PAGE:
An article about state-chartered banks in some editions of yesterday's Money Today contained incorrect figures provided by the Office of the State Bank Commissioner.
Net income for 78 state-chartered banks declined by 52.8 percent in 1990 to $123 million and the Riverdale-based Citizens Bank & Trust Co. of Maryland had a net income of $25.9 million, according to the revised figures.
Hit by souring real estate loans, the 78 state-chartered banks saw their the consolidated net income drop by 49.2 percent in 1990, declining from $260.6 million to $132.4 million, according to report by the state bank commissioner's office.
The main reason for the drop was a nearly four-fold increase in provisions for loan and lease losses, which increased to $252.1 million from $64.3 million in 1989, according to the report.
The figures do not reflect the performance of Maryland's 26 federally-chartered banks, which include the two largest banks in the state, Maryland National Bank and First National Bank of Maryland.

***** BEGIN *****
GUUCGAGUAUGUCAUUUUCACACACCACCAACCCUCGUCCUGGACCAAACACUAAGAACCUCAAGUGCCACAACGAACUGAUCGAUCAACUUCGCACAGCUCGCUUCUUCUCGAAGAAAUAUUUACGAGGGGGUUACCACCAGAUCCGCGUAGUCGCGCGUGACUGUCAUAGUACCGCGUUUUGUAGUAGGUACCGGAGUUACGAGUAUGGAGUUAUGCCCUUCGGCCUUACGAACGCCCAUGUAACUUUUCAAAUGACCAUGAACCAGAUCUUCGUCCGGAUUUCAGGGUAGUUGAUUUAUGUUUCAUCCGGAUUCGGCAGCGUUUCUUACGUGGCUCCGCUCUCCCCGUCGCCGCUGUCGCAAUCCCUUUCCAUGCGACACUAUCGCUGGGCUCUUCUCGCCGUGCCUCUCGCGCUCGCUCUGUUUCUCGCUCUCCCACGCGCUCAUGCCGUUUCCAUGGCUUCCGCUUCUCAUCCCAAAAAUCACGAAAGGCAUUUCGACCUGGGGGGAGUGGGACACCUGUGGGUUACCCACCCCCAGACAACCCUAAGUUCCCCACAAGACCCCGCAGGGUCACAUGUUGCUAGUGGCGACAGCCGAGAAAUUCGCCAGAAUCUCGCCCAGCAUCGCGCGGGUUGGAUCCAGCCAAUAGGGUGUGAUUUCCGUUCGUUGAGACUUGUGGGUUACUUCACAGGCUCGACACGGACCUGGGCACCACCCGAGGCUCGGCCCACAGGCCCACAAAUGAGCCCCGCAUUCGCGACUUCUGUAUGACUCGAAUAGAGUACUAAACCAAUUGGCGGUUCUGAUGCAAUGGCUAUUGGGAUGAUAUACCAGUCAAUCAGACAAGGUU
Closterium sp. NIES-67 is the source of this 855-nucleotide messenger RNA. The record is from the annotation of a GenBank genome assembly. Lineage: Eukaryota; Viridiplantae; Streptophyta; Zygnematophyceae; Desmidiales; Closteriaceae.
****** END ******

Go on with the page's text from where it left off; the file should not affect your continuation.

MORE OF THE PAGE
Year-end figures for national banks as a group were not available.
Assets of state-chartered banks increased by 6 percent from $26 billion to $27.6 billion. Equity capital rose only 1.5 percent from $1.96 billion to $1.99 billion.
"They made money, that is the important thing," commented Maryland Bank Commissioner Margie H. Muller.
She said the large provisions for loan losses come as the banks are scrutinizing their portfolios for bad loans. Muller said she believes the banks will not have to add to their loan loss reserves if the recession is over in the next four to six months.
The biggest money loser of the state-chartered banks was the Towson-based Bank of Maryland, which lost 10 million.
The most profitable state-chartered bank was the Riverdale-based Citizens Bank & Trust Co. of Baltimore with $29 million in earnings. Next was Riverdale-based Citizens Bank & Trust Co. of Maryland, which had a net income of $25.9 million.